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Parents raise alarm over school budget

“Save our teachers,” “Save our programs,” “Save our school” and “Save our children” were the rallying cries on Monday evening.

About 60 people showed up at a Holland town meeting hosted by Suffolk School Board member Enoch Copeland to show their concerns about the future of education in Suffolk in the face of reduced state and local funding.

“The cable lines only run out to the school, so most our people have no way of knowing what’s going on,” Copeland said. “I’m doing what I can to bring information to them and get their input.”

Speakers also included Superintendent Milton Liverman and the councilman for the Holland area, Jeffrey Gardy.

Faced with the prospect of losing $9 million or more in state educational funds, Liverman has been spending time during the past couple of weeks considering the effects of various changes to the school system’s operations.

One of those changes, offering early retirement incentives to employees, could save up to $2.4 million, he said. Another, closing three elementary schools and redistricting their students, could result in another $1.7 million in savings.

Florence Bowser, Mount Zion and Robertson Elementary schools all have fewer than 300 students. Closing them — a possibility Copeland had directed Liverman to explore — would reduce the system’s personnel and maintenance costs.

Parents at Monday’s meeting, however, worried that the result would be fuller classrooms.

“I would have loved to keep small classroom sizes, but in these times we can’t afford to do that,” Copeland said.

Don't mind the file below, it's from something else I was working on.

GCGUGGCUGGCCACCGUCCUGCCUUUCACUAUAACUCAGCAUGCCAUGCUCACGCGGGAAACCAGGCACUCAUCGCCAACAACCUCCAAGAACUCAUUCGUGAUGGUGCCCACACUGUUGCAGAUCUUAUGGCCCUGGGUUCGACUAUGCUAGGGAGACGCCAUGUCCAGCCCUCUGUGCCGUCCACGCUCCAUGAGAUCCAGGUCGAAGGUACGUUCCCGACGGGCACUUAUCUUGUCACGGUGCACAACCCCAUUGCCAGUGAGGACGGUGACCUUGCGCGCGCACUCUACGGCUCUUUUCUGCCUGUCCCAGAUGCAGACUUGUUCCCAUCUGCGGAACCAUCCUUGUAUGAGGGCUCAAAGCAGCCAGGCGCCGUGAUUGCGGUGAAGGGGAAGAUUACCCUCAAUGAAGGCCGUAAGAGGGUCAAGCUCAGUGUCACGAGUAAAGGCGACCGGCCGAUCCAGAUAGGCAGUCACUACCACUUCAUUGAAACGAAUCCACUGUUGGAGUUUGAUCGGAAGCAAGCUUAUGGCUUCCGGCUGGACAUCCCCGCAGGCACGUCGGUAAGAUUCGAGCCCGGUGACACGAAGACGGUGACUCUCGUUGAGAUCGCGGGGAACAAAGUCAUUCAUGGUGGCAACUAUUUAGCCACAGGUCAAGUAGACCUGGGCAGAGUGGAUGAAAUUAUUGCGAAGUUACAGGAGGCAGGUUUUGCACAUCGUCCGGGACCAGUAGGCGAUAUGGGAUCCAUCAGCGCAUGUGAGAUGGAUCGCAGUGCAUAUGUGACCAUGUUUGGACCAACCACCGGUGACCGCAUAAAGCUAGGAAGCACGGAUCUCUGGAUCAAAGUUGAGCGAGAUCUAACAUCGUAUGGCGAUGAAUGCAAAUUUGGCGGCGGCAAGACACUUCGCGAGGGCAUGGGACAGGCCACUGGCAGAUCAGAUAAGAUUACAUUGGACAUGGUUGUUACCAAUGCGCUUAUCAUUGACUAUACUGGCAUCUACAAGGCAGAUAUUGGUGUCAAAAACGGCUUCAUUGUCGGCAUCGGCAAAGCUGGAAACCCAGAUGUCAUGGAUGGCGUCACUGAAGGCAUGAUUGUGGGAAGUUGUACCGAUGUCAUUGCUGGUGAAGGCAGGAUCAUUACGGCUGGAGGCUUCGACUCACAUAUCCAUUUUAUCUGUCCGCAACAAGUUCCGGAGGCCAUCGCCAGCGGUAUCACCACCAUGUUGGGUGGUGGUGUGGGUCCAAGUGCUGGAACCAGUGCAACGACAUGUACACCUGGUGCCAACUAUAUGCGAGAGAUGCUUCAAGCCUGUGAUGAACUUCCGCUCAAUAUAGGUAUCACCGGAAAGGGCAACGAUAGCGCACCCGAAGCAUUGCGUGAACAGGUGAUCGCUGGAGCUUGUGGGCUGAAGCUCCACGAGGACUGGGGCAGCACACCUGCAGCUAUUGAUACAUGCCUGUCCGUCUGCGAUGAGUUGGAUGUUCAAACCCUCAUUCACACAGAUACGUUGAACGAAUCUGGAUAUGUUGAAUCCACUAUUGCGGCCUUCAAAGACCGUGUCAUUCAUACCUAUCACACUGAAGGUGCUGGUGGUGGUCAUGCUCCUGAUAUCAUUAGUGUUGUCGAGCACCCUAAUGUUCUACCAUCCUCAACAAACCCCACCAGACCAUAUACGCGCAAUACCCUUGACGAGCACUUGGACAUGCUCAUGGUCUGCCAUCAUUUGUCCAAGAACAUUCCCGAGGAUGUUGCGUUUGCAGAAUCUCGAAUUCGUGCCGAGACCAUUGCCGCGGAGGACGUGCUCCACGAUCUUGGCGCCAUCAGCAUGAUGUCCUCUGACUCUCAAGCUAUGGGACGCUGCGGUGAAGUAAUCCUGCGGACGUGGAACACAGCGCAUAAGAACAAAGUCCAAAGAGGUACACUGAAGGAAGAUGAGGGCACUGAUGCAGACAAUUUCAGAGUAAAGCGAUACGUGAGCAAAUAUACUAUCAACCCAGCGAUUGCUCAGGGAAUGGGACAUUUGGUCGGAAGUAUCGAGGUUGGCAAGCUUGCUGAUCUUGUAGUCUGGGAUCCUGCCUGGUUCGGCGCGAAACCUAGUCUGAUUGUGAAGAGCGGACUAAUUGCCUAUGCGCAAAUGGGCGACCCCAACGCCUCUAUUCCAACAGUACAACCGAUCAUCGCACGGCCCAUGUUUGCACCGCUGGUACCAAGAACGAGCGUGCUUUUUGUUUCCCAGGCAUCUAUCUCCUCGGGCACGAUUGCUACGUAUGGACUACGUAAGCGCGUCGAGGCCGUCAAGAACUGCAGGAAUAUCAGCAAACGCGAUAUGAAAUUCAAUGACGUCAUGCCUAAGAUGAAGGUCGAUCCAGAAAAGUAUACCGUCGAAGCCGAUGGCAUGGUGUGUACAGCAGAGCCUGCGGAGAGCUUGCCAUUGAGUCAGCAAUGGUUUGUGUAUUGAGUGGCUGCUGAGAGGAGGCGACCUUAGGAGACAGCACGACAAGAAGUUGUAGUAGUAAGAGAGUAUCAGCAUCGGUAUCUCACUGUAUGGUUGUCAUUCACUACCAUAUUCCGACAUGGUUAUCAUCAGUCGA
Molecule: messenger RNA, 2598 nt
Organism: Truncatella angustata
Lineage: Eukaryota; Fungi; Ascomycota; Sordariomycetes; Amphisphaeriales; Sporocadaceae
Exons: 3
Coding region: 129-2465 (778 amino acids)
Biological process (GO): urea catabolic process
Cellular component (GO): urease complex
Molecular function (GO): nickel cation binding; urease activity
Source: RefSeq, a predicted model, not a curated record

Longer bus rides were also a concern, and Liverman explained buses would be less full, which would allow for speedier trips. Also, the software used to plan potential bus routes would ensure children aren’t on the bus longer than 45 minutes, he said.

For some of the students who were moved, Gardy said, cramped conditions could be a temporary problem, as the City Council is considering taking advantage of $16 to $18 million in stimulus funds available for systems to build new schools, thus moving along the previously postponed process of building a new school to replace Robertson and Southwestern.

A provision of the stimulus funds is that the school must be built within 36 months.

“The moment we’re told we build a school, it can be done in 14 months,” Liverman said.

Some residents asked why the stimulus funds couldn’t be used to build a school in Holland and later rehabilitate the school in Whaleyville. But after the meeting, Gardy explained. “The stimulus money isn’t a gift. We still have to pay that back. It’s just at a lower interest rate over 15 to 17 years.”

“It appeared the people were most concerned about their teachers not losing jobs and their programs,” Copeland said after the meeting. “I’m going to do what I can, but I’m confident we can weather this storm.”